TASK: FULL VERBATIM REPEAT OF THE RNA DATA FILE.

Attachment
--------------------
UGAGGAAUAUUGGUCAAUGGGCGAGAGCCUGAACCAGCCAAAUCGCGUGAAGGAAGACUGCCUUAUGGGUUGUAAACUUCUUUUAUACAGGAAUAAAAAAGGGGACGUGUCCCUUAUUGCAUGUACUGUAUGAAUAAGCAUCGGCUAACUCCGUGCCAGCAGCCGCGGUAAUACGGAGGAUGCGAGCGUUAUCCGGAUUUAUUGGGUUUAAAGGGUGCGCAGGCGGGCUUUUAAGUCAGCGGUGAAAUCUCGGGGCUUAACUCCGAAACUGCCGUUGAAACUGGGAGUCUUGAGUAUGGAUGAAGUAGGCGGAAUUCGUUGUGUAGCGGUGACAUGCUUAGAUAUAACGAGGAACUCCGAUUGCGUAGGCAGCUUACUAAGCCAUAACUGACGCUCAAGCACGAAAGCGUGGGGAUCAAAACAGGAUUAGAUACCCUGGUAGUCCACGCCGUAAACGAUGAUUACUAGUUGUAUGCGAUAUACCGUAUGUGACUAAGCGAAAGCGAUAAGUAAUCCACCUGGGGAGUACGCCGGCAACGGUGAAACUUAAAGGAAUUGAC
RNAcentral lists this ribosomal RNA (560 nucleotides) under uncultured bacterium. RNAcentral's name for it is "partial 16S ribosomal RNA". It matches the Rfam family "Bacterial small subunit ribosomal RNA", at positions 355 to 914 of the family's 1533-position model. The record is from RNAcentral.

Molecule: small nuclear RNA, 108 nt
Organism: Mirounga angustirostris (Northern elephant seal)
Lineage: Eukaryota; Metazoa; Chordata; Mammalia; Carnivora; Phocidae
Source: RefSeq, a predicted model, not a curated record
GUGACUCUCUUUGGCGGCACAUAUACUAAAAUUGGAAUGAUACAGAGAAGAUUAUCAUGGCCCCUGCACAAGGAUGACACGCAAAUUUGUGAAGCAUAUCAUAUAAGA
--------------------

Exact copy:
UGAGGAAUAUUGGUCAAUGGGCGAGAGCCUGAACCAGCCAAAUCGCGUGAAGGAAGACUGCCUUAUGGGUUGUAAACUUCUUUUAUACAGGAAUAAAAAAGGGGACGUGUCCCUUAUUGCAUGUACUGUAUGAAUAAGCAUCGGCUAACUCCGUGCCAGCAGCCGCGGUAAUACGGAGGAUGCGAGCGUUAUCCGGAUUUAUUGGGUUUAAAGGGUGCGCAGGCGGGCUUUUAAGUCAGCGGUGAAAUCUCGGGGCUUAACUCCGAAACUGCCGUUGAAACUGGGAGUCUUGAGUAUGGAUGAAGUAGGCGGAAUUCGUUGUGUAGCGGUGACAUGCUUAGAUAUAACGAGGAACUCCGAUUGCGUAGGCAGCUUACUAAGCCAUAACUGACGCUCAAGCACGAAAGCGUGGGGAUCAAAACAGGAUUAGAUACCCUGGUAGUCCACGCCGUAAACGAUGAUUACUAGUUGUAUGCGAUAUACCGUAUGUGACUAAGCGAAAGCGAUAAGUAAUCCACCUGGGGAGUACGCCGGCAACGGUGAAACUUAAAGGAAUUGAC
RNAcentral lists this ribosomal RNA (560 nucleotides) under uncultured bacterium. RNAcentral's name for it is "partial 16S ribosomal RNA". It matches the Rfam family "Bacterial small subunit ribosomal RNA", at positions 355 to 914 of the family's 1533-position model. The record is from RNAcentral.

Molecule: small nuclear RNA, 108 nt
Organism: Mirounga angustirostris (Northern elephant seal)
Lineage: Eukaryota; Metazoa; Chordata; Mammalia; Carnivora; Phocidae
Source: RefSeq, a predicted model, not a curated record
GUGACUCUCUUUGGCGGCACAUAUACUAAAAUUGGAAUGAUACAGAGAAGAUUAUCAUGGCCCCUGCACAAGGAUGACACGCAAAUUUGUGAAGCAUAUCAUAUAAGA